Every year on Christmas morning, as soon as my brothers and I were all awake and my parents gave us the go-ahead, we’d run to the fireplace to see what Santa had left in our stockings. Then we would all move to the breakfast table where my mom would make us sit and enjoy a wonderful homemade breakfast. We would be itching to finish so that we could go start opening the presents under the tree, but my mom held firm, and so we always had our special Christmas morning breakfast. When we were little we considered this to be excruciating torture. Many of our friends were allowed to go and rip into presents as soon as they were awake, but we had to eat breakfast first, and then, to top off the injustice, our parents made us open each present one at a time. This meant that by the time we were done opening presents, it was usually at least 11 o’clock in the morning.
Little did I realize how much those efforts to draw out the morning festivities would mean to me as an adult. Not only do I have many memories of us all gathered around the tree, appreciating the thoughtfulness of the gifts we received, and enjoying the delight on the faces of those we had given to, but now I realize the wisdom of my mother in ensuring that we ate family meals together, especially on such a special morning. I’m sure many of those years she had been up late on Christmas Eve making final preparations for Christmas Day, after us kids had finally settled down and gone to sleep. Yet if she was tired and grumpy on Christmas morning, I don’t recall ever noticing. Instead the breakfast table would be set, the house would be filled with smells of holiday baking, and Christmas carols would be playing in the background.
Now that I have my own small children, I have begun to understand the sacrifice that went into making those meals happen. It requires time, work, energy, and patience to consistently pull of family meals, especially on Christmas morning when your children are antsy to be done eating! As I dig in and try to work at becoming half as good as my mother was at making this happen, I become more and more grateful for the things I took for granted as a child.
This month, the Darling Dozen were challenged to celebrate eggs by joining the “Br-egg-fast Club,” so I decided to use eggs as part of my strategy to take some of the stress out of breakfast for Christmas morning.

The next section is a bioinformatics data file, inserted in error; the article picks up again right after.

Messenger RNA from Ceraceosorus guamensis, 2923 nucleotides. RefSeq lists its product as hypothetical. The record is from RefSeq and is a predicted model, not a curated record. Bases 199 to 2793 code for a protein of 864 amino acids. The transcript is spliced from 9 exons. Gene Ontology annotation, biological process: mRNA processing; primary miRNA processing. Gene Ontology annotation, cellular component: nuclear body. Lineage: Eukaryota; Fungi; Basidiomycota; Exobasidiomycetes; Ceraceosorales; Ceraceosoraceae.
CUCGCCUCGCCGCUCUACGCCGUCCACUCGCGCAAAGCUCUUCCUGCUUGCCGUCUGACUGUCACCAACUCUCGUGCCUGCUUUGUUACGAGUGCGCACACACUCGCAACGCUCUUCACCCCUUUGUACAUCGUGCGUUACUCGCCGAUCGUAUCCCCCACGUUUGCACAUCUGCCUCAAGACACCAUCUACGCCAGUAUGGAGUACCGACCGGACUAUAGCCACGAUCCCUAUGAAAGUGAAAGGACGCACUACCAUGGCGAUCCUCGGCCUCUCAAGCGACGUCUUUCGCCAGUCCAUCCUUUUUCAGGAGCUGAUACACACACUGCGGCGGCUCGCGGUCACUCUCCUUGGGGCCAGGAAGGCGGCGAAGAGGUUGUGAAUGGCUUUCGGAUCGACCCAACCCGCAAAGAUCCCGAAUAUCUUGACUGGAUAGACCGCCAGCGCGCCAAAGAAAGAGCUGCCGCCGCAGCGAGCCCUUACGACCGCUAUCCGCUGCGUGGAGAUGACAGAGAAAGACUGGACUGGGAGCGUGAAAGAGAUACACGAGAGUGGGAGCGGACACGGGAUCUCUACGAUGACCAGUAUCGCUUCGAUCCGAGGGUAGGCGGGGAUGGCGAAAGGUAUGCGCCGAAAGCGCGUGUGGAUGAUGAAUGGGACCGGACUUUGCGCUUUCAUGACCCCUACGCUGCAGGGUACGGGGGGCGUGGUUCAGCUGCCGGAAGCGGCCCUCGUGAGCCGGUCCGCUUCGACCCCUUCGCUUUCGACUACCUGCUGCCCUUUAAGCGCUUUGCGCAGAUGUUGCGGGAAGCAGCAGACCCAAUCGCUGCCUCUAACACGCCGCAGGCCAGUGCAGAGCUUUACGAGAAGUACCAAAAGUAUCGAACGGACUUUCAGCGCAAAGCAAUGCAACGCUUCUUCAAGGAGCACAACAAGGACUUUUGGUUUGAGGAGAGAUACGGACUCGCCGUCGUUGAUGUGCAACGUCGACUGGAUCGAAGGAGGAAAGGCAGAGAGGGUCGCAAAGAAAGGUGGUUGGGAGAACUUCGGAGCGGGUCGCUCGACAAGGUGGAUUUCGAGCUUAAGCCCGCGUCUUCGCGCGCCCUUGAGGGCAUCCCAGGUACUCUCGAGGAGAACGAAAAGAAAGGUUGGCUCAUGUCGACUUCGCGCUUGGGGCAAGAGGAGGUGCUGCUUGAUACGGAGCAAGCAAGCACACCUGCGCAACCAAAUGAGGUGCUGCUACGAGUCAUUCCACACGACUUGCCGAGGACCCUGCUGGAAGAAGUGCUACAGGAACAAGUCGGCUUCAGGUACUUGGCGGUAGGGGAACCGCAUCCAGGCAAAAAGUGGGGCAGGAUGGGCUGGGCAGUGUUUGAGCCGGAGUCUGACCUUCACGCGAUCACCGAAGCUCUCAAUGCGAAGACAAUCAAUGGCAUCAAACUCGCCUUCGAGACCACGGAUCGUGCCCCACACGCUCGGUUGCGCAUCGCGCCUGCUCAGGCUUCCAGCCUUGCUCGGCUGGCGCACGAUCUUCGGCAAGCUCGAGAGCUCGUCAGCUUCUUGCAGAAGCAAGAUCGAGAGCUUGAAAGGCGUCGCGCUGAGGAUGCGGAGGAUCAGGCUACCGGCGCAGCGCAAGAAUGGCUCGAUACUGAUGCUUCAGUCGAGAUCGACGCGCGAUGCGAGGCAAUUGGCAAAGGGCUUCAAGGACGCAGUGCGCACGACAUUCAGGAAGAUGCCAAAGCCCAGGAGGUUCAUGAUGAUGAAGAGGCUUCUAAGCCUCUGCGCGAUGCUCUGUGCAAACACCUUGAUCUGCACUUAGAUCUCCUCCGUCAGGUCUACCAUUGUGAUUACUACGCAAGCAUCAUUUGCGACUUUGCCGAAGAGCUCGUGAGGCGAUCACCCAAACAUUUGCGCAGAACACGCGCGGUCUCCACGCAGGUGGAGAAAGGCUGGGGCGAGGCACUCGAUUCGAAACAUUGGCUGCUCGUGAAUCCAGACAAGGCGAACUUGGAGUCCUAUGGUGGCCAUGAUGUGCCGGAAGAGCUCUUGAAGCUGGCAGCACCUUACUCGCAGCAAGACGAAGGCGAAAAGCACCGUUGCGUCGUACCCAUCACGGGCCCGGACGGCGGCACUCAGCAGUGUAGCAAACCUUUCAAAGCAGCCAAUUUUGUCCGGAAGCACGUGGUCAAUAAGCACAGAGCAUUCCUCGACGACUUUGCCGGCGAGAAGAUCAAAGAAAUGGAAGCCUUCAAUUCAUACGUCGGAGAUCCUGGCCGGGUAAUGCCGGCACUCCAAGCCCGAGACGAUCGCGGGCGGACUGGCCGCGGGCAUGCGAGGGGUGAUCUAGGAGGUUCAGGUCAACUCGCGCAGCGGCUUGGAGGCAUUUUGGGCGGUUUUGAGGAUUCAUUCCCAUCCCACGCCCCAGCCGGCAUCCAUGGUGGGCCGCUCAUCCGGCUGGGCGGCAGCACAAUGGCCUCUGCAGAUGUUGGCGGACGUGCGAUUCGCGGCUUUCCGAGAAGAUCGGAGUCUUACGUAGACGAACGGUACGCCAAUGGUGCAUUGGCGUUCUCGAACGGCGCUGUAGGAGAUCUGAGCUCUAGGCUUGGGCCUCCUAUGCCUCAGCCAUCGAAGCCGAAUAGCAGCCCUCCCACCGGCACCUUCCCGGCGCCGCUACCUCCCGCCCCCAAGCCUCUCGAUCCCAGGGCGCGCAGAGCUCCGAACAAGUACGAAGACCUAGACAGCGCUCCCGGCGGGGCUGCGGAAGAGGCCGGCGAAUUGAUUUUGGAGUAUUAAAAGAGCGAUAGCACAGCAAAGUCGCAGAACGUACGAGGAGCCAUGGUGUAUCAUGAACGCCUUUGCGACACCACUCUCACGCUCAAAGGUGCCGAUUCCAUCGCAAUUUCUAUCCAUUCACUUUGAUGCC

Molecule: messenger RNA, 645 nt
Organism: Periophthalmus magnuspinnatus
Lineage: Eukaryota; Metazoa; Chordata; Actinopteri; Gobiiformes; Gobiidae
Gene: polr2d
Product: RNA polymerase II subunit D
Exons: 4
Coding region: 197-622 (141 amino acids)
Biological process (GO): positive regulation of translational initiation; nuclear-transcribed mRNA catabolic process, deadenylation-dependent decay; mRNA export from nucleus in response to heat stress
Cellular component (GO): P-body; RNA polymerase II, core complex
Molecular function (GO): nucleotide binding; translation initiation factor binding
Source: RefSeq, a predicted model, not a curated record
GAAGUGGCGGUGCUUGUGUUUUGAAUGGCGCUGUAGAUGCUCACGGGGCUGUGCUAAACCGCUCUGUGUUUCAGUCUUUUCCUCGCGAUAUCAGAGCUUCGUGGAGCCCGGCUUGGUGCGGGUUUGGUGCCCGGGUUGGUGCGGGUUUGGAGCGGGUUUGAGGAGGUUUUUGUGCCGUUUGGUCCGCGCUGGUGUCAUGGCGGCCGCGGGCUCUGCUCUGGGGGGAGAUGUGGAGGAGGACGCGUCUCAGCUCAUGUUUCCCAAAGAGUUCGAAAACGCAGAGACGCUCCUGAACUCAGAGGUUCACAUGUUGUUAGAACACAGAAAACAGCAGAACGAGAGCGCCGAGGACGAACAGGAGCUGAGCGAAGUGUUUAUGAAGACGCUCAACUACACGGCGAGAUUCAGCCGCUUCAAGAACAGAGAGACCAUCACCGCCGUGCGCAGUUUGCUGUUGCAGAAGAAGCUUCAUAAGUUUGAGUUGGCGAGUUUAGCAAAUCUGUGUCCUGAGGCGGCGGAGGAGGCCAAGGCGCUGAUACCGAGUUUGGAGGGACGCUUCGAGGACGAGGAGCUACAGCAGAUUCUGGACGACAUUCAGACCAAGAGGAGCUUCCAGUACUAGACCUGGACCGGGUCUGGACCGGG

Growing up, one of my favorite things to eat for breakfast was French toast, so this year I’m making French toast that can be prepped the night before and then popped into the oven to bake the next morning, meaning that not only will I not have to slave away in the kitchen on Christmas morning, but I’ll also be able to sleep in a bit longer! Plus, if you use pasteurized eggs, like Safest Choice Pasteurized Eggs, you have the added benefit of serving a Salmonella-free (aka, worry-free) breakfast treat! I made my French toast extra special by replacing the salt I would have used with one of my new favorite ingredients: shio koji. Shio koji is a fermented mixture of koji (rice inoculated with the special mold Aspergillus oryzae), shio (sea salt) and water. It’s a popular Japanese seasoning used in place of salt that adds an extra punch of umami to cooking. Of course, you can just use salt too! This French toast is like a healthier take on bread pudding—wonderfully moist with hints of cinnamon, the flavors enhanced by the umami from the shio koji, the eggs giving the bread the rich velvety custard texture of a good bread pudding.
Ruth Reichl, former editor-in-chief of Gourmet magazine, once said, “I don’t think there is one thing more important you can do for your kids than have family dinner.” My mother gave my brothers and I that gift more times than I can count. May we do the same for our loved ones, especially during the holiday season, and may we thank those that have done it for us. Thank you Mom, I love you!
Shio Koji Baked French Toast
Makes 10 to 12 servings
6 large eggs
1 2/3 cup (one 14-ounce can) light coconut milk
1/4 cup honey, warmed in the microwave for 20 seconds
1 teaspoon shio koji (or 1/2 teaspoon coarse sea salt)
1 teaspoon vanilla extract
1 teaspoon ground cinnamon
1/2 teaspoon ground ginger
1/4 teaspoon ground nutmeg
1 loaf (about 20 ounces) soft Italian bread, cut into 1-inch thick slices
maple syrup, to garnish
1. Grease a 9×13-inch baking dish and set aside.
2. Beat the eggs in a mixing bowl, then whisk in the coconut milk, honey, shio koji (or salt), vanilla extract, and ground cinnamon, ginger, and nutmeg.
3. Working in batches, dip slices of bread into the batter to coat. Overlap the slices in the prepared baking dish. Pour the remaining batter over the top of the bread. Cover tightly with foil and refrigerate for at least 2 hours (or overnight!).
4. One hour before serving, preheat the oven to 375 degrees Fahrenheit. Bake, covered, for 25 minutes, then remove the foil and bake until the bread is puffed and golden, about 20 to 25 minutes more. Serve with maple syrup.